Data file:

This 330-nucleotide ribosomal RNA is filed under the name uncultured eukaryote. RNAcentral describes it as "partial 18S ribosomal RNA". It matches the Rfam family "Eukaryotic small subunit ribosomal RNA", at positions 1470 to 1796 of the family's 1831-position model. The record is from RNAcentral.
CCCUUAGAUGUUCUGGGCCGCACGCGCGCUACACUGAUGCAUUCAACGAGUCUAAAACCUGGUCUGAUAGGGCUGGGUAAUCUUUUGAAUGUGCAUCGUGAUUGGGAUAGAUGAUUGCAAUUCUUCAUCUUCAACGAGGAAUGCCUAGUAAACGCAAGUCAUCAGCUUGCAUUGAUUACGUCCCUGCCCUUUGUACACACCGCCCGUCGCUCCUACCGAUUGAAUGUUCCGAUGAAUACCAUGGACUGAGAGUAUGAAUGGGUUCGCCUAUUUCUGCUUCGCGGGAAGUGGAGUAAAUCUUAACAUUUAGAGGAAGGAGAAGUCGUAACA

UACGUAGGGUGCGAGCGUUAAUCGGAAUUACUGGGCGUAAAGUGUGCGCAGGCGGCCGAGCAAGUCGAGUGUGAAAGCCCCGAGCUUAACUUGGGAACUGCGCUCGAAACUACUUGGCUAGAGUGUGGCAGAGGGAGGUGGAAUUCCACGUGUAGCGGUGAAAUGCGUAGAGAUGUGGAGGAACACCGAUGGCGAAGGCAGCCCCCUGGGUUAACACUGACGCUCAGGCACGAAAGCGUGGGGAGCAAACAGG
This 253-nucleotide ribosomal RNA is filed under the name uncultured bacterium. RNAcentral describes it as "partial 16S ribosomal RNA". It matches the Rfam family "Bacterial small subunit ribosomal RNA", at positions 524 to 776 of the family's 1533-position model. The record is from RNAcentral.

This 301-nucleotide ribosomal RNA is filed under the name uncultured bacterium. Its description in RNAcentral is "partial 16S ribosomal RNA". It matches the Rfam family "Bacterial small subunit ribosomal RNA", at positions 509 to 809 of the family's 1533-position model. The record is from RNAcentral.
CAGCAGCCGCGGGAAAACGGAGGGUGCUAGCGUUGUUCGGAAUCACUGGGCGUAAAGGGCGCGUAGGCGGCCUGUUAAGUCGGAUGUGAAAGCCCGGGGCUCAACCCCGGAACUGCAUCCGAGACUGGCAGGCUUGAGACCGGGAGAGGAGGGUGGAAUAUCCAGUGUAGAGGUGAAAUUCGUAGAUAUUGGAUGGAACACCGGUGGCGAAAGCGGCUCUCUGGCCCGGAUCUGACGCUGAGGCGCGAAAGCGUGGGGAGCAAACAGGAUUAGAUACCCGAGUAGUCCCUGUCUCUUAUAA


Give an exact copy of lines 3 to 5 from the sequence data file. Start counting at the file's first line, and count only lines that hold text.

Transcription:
UACGUAGGGUGCGAGCGUUAAUCGGAAUUACUGGGCGUAAAGUGUGCGCAGGCGGCCGAGCAAGUCGAGUGUGAAAGCCCCGAGCUUAACUUGGGAACUGCGCUCGAAACUACUUGGCUAGAGUGUGGCAGAGGGAGGUGGAAUUCCACGUGUAGCGGUGAAAUGCGUAGAGAUGUGGAGGAACACCGAUGGCGAAGGCAGCCCCCUGGGUUAACACUGACGCUCAGGCACGAAAGCGUGGGGAGCAAACAGG
This 253-nucleotide ribosomal RNA is filed under the name uncultured bacterium. RNAcentral describes it as "partial 16S ribosomal RNA". It matches the Rfam family "Bacterial small subunit ribosomal RNA", at positions 524 to 776 of the family's 1533-position model. The record is from RNAcentral.

This 301-nucleotide ribosomal RNA is filed under the name uncultured bacterium. Its description in RNAcentral is "partial 16S ribosomal RNA". It matches the Rfam family "Bacterial small subunit ribosomal RNA", at positions 509 to 809 of the family's 1533-position model. The record is from RNAcentral.